In other words, Newham and Dagenham have very similar levels of deprivation, but Newham has many more graduates. That, and little else explains the difference in the vote. Moreover, Barking and Dagenham, along with other outer east London boroughs is where many of the displaced from the neighbouring gentrified boroughs were pushed to, further increasing the pressure on services and skewing the social make-up of the borough.
The same argument holds for urban areas outside of London. If we take London out of the deprivation plot, the next big outliers are Cardiff, Bristol, Brighton, Manchester, Liverpool, and Gwynedd.
Gwynedd is not a city, but is the most Welsh speaking county in Wales (two thirds of the population speak Welsh, compared to 20% in the rest of Wales), so a Scotland-like dynamic might be at play there.
If we plot cities by their proportion of highly qualified residents, we discover what Cardiff, Bristol, Brighton and Hove, Manchester and Liverpool have that other areas lack: graduates.
Manchester displays the very same London trend in a very vivid way, with its central area voting to Remain, surrounded by local authorities with a very similar (if not lesser) level of deprivation and lack of qualification, massively in favour to Leave.
The only real outlier seems to be Liverpool, and it is also worth noting that the top outliers in the opposite quadrant, at the top of the plot below, are Doncaster and Rotheram, among the places with the highest UKIP vote in the country.
In conclusion, without including cities and metropolitan districts, the correlation between Leave and deprivation is much higher, .62, and almost total with lack of qualifications, .80.
Being in a city, apparently makes it less likely for the urban malaise to translate into a Brexit vote. However this is not due to the atmosphere being different. It is not that people living in the cosmopolitan, open minded, diverse environments of city cores have been drawn towards remain even though their profile would match that of a leaver. The city effect is likely to be simply a byproduct of the deep inequality of these areas.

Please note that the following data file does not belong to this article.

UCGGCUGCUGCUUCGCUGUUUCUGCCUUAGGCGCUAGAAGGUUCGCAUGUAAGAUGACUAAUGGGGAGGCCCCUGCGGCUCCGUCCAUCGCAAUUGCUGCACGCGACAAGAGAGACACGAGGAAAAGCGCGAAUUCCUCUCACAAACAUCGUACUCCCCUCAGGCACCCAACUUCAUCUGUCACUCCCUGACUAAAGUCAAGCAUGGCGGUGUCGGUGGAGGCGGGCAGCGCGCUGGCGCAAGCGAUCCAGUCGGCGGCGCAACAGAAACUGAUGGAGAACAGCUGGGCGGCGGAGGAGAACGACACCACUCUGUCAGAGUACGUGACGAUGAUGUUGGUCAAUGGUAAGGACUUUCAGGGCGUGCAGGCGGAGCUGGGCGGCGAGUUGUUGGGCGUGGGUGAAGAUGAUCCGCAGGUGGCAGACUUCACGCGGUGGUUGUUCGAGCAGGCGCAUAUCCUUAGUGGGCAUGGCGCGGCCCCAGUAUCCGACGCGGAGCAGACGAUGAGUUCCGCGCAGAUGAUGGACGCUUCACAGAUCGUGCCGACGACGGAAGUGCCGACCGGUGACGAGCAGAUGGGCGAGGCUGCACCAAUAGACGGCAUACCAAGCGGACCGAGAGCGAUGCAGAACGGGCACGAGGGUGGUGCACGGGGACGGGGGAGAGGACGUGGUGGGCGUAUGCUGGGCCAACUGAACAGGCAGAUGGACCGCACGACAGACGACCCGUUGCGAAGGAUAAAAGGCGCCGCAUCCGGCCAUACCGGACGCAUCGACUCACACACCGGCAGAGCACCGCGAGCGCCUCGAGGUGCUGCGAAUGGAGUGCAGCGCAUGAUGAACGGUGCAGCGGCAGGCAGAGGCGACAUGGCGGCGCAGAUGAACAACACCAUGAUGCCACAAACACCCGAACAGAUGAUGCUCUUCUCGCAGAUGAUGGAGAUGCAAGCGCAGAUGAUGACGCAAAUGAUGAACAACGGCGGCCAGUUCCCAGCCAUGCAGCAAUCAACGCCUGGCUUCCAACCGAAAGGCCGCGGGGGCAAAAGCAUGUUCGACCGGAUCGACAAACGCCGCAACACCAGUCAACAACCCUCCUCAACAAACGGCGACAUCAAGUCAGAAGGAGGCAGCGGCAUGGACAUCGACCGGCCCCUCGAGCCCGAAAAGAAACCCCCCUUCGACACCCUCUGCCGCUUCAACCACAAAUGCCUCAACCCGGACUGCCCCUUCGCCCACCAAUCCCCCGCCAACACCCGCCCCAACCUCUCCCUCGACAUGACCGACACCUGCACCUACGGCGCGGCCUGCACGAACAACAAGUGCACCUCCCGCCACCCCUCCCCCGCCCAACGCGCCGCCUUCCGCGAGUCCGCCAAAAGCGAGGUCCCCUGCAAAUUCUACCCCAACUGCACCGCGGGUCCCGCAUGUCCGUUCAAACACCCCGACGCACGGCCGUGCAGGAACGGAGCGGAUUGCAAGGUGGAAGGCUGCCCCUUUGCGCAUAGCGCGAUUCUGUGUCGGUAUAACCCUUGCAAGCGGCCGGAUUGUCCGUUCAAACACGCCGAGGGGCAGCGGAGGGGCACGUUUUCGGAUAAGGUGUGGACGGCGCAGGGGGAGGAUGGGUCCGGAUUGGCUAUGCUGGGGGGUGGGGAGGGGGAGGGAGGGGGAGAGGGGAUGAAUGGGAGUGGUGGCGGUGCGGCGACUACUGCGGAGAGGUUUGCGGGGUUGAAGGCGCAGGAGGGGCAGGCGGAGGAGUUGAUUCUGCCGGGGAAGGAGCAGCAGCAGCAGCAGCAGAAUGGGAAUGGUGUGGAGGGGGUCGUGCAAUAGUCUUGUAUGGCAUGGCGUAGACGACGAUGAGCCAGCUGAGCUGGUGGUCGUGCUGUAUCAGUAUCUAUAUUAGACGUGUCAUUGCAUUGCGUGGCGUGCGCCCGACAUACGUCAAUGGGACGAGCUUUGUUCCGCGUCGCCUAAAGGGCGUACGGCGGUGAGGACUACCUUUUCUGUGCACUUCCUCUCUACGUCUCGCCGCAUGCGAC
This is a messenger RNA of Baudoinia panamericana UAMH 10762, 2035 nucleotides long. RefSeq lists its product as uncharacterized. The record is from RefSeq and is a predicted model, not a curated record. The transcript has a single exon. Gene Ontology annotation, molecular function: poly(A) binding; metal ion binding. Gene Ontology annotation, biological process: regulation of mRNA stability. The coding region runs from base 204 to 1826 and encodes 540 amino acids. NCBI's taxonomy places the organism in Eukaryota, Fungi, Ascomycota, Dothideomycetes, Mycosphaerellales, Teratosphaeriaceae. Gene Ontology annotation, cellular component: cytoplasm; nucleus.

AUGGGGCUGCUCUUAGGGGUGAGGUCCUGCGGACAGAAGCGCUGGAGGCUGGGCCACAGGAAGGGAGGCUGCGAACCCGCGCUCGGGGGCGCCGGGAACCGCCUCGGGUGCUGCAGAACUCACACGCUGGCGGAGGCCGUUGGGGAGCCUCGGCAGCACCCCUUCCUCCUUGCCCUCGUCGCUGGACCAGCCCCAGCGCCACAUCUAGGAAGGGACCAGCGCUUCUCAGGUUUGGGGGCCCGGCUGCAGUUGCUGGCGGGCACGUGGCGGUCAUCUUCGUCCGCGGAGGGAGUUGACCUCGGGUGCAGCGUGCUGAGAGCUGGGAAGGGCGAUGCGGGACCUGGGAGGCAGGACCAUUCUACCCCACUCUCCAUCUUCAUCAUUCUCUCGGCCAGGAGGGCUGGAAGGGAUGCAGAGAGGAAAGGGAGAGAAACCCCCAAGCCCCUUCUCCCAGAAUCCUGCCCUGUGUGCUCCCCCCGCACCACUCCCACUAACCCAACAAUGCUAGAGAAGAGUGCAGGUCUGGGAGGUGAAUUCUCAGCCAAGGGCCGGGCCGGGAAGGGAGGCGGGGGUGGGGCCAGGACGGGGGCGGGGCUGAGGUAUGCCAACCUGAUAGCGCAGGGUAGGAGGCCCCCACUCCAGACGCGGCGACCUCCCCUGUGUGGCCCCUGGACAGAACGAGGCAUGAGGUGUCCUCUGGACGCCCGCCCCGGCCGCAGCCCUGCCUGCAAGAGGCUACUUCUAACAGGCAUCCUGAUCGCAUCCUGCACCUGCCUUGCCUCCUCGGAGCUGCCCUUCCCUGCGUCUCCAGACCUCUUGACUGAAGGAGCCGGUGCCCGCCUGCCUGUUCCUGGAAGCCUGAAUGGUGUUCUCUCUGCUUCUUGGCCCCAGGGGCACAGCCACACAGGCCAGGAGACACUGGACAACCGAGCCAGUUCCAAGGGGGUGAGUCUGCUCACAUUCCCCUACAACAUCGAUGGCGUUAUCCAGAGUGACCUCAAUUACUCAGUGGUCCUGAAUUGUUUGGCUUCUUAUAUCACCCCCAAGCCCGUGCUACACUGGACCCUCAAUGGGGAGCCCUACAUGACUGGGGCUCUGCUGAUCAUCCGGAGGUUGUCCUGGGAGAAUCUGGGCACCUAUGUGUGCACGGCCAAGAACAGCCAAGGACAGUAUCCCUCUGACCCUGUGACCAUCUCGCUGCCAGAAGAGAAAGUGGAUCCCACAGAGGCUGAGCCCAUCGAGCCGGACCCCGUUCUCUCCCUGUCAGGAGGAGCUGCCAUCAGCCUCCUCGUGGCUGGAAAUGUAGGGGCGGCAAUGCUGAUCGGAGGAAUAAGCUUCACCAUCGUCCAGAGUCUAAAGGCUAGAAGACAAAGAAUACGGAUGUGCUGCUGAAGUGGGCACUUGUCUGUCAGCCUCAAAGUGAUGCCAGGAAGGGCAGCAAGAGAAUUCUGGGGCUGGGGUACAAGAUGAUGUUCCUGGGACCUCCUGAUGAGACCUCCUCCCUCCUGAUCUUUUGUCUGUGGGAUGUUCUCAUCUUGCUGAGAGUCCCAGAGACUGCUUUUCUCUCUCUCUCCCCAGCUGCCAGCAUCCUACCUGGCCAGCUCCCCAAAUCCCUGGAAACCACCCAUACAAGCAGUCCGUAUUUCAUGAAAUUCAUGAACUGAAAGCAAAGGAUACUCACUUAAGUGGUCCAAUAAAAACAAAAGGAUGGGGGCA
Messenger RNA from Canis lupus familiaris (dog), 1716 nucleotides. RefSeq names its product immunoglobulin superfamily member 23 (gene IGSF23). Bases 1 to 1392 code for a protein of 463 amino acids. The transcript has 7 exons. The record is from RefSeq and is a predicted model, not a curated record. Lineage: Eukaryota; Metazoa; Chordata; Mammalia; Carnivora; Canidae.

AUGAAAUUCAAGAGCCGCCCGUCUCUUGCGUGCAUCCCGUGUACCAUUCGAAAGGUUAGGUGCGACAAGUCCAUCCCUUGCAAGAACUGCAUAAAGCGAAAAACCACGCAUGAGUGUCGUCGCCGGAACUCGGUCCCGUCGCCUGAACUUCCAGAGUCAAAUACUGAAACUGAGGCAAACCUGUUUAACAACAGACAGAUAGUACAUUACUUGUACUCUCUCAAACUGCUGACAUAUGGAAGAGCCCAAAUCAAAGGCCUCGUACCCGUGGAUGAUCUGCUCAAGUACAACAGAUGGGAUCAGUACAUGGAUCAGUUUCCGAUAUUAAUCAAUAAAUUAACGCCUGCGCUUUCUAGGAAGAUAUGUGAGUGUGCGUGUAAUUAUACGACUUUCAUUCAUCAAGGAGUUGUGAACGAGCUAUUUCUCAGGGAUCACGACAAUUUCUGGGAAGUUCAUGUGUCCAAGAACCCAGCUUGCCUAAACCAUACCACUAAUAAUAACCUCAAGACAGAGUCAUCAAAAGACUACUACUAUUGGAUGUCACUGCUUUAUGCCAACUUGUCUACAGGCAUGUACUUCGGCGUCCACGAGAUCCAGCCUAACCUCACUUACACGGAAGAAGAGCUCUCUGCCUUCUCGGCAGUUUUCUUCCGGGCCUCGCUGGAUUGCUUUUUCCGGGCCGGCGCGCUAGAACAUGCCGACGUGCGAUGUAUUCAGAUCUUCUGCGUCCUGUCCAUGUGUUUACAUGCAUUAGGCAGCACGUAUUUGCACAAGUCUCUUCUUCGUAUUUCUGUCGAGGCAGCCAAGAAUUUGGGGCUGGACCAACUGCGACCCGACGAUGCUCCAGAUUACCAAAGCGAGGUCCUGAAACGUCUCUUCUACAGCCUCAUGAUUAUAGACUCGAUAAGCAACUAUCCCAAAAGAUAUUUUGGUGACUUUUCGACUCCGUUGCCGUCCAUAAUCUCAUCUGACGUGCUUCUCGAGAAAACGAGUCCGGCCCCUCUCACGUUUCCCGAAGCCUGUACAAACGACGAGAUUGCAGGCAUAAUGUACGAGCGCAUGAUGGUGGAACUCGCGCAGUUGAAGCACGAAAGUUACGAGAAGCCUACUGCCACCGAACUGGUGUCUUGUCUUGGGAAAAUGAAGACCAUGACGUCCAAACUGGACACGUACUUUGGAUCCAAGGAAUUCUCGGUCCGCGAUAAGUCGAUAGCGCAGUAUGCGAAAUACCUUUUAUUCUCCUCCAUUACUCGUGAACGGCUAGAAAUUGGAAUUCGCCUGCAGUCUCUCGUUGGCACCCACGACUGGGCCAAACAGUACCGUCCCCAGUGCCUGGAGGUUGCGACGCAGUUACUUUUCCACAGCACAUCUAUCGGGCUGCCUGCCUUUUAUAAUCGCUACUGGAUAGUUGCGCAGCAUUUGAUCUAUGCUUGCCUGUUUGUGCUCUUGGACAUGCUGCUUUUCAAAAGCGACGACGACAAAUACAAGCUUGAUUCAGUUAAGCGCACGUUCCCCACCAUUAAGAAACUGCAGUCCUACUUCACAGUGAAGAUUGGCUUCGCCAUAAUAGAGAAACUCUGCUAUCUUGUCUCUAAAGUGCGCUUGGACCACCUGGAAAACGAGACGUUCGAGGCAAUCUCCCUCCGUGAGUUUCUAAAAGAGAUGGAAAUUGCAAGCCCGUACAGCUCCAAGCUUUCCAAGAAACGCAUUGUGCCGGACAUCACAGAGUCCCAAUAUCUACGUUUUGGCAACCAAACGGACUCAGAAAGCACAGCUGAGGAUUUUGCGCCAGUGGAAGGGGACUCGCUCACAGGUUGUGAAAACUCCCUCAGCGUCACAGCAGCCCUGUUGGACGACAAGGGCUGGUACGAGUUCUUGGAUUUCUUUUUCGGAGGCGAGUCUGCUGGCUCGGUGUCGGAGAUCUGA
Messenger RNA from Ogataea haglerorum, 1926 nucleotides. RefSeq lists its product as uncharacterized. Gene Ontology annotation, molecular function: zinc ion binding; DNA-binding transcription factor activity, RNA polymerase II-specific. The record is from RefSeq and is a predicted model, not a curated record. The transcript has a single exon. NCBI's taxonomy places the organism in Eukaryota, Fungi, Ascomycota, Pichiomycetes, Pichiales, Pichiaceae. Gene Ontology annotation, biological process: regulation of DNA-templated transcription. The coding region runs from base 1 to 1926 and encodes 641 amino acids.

The urban areas that defy the logic of deprivation/lack of skills translating into high Brexit vote, are also those that have been mostly gentrified in the last years, just like central London boroughs. The population of these places is more polarised that elsewhere, high levels of deprivation coexist with affluence and high skills. The two groups are segregated, but happen to fall within the same district. The very oddly shaped Manchester City Council area, for instance, includes some of the most deprived neighbourhoods of the UK, along with some very affluent areas, plus many students and graduates. The intra-urban vote breakout of these places probably reflects more closely the general trend, as Charles Pattie argues in the case of Sheffield
The distance from the regression line could simply be determined by one sector of society having turned out in slightly larger numbers than the other, or being represented in slightly higher numbers than the other. Lack of intra-urban data unfortunately doesn’t allow further exploration, but it is extremely likely that the intra-urban closely reflects the inter-urban.
What was it, then?
It was insecure, medium and low skilled jobs, lack of qualification. That, along with poverty and deprivation. Places where these factors concentrate, in or out of big cities, in London and elsewhere, where young people are more represented and where the older generation is larger. These placese are overwhelmingly more likely to have voted to leave the EU.
Places that defy the rule, the cores of big urban areas – Liverpool, Manchester, Bristol, Brighton – seem to do so, in a sort of trompe l’oeil, only because we can’t take the analysis at a more granular level, but we can safely assume that deprived and working class areas within these local authorities will have voted to leave.
The Brexit vote was mainly a protest vote. When asked to vote in favour or against the status quo, places with low quality jobs, lack of skills and deprivation voted against. In cities, just like far from them. It is a trend that exists across Europe and beyond. The recent Italian elections come to mind. The second round of voting in Turin’s mayoral elections exemplifies the invisible (but very spatially explicit) divide between haves and have nots: areas with low academic qualifications around the elegant and affluent city centre voted en masse against the incumbent mayor Fassino, in favour of anti-establishment candidate Chiara Appendino of the 5 Star Movement.
Such pattern is replicated in most Italian cities, starting with Rome. Our next analysis of the Italian vote will show it in detail.